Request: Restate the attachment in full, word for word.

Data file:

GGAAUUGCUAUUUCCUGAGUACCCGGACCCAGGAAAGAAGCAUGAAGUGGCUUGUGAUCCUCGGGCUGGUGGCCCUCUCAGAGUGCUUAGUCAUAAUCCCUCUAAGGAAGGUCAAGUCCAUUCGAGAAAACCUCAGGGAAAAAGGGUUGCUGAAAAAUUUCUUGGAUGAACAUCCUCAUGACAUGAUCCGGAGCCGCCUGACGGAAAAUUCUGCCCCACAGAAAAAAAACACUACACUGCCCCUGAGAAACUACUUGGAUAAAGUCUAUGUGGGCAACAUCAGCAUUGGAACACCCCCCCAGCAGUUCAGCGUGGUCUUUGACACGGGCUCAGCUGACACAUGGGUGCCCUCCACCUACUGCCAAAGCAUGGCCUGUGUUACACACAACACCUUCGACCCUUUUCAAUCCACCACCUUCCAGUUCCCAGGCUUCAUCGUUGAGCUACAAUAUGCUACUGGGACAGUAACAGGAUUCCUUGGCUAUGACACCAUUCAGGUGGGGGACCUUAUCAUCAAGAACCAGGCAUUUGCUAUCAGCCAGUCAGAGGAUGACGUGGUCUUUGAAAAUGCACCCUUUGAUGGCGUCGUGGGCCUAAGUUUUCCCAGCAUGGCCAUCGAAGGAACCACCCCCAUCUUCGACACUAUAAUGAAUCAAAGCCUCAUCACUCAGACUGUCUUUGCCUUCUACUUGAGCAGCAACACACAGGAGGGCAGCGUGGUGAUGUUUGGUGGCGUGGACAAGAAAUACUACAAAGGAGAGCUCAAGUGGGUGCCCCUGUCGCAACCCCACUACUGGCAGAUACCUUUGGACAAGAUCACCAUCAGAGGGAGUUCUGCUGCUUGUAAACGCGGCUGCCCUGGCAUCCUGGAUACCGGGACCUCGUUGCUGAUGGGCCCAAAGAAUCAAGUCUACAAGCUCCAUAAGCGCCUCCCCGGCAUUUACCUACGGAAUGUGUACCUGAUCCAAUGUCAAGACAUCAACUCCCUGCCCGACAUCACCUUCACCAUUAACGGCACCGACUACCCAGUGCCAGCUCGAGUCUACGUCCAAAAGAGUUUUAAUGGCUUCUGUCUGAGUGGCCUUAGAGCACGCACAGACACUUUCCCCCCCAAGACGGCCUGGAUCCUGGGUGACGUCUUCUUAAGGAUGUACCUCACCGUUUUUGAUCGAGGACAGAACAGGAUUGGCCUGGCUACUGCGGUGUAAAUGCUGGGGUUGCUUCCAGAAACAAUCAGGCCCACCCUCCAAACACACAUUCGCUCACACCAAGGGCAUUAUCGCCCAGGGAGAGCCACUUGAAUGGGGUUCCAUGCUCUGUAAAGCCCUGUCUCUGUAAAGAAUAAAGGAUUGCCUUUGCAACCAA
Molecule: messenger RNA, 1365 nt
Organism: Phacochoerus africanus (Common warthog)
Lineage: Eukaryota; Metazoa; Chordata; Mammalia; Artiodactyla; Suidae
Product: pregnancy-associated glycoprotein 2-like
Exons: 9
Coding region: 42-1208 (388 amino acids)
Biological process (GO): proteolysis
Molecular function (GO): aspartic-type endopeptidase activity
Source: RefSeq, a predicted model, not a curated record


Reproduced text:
GGAAUUGCUAUUUCCUGAGUACCCGGACCCAGGAAAGAAGCAUGAAGUGGCUUGUGAUCCUCGGGCUGGUGGCCCUCUCAGAGUGCUUAGUCAUAAUCCCUCUAAGGAAGGUCAAGUCCAUUCGAGAAAACCUCAGGGAAAAAGGGUUGCUGAAAAAUUUCUUGGAUGAACAUCCUCAUGACAUGAUCCGGAGCCGCCUGACGGAAAAUUCUGCCCCACAGAAAAAAAACACUACACUGCCCCUGAGAAACUACUUGGAUAAAGUCUAUGUGGGCAACAUCAGCAUUGGAACACCCCCCCAGCAGUUCAGCGUGGUCUUUGACACGGGCUCAGCUGACACAUGGGUGCCCUCCACCUACUGCCAAAGCAUGGCCUGUGUUACACACAACACCUUCGACCCUUUUCAAUCCACCACCUUCCAGUUCCCAGGCUUCAUCGUUGAGCUACAAUAUGCUACUGGGACAGUAACAGGAUUCCUUGGCUAUGACACCAUUCAGGUGGGGGACCUUAUCAUCAAGAACCAGGCAUUUGCUAUCAGCCAGUCAGAGGAUGACGUGGUCUUUGAAAAUGCACCCUUUGAUGGCGUCGUGGGCCUAAGUUUUCCCAGCAUGGCCAUCGAAGGAACCACCCCCAUCUUCGACACUAUAAUGAAUCAAAGCCUCAUCACUCAGACUGUCUUUGCCUUCUACUUGAGCAGCAACACACAGGAGGGCAGCGUGGUGAUGUUUGGUGGCGUGGACAAGAAAUACUACAAAGGAGAGCUCAAGUGGGUGCCCCUGUCGCAACCCCACUACUGGCAGAUACCUUUGGACAAGAUCACCAUCAGAGGGAGUUCUGCUGCUUGUAAACGCGGCUGCCCUGGCAUCCUGGAUACCGGGACCUCGUUGCUGAUGGGCCCAAAGAAUCAAGUCUACAAGCUCCAUAAGCGCCUCCCCGGCAUUUACCUACGGAAUGUGUACCUGAUCCAAUGUCAAGACAUCAACUCCCUGCCCGACAUCACCUUCACCAUUAACGGCACCGACUACCCAGUGCCAGCUCGAGUCUACGUCCAAAAGAGUUUUAAUGGCUUCUGUCUGAGUGGCCUUAGAGCACGCACAGACACUUUCCCCCCCAAGACGGCCUGGAUCCUGGGUGACGUCUUCUUAAGGAUGUACCUCACCGUUUUUGAUCGAGGACAGAACAGGAUUGGCCUGGCUACUGCGGUGUAAAUGCUGGGGUUGCUUCCAGAAACAAUCAGGCCCACCCUCCAAACACACAUUCGCUCACACCAAGGGCAUUAUCGCCCAGGGAGAGCCACUUGAAUGGGGUUCCAUGCUCUGUAAAGCCCUGUCUCUGUAAAGAAUAAAGGAUUGCCUUUGCAACCAA
Molecule: messenger RNA, 1365 nt
Organism: Phacochoerus africanus (Common warthog)
Lineage: Eukaryota; Metazoa; Chordata; Mammalia; Artiodactyla; Suidae
Product: pregnancy-associated glycoprotein 2-like
Exons: 9
Coding region: 42-1208 (388 amino acids)
Biological process (GO): proteolysis
Molecular function (GO): aspartic-type endopeptidase activity
Source: RefSeq, a predicted model, not a curated record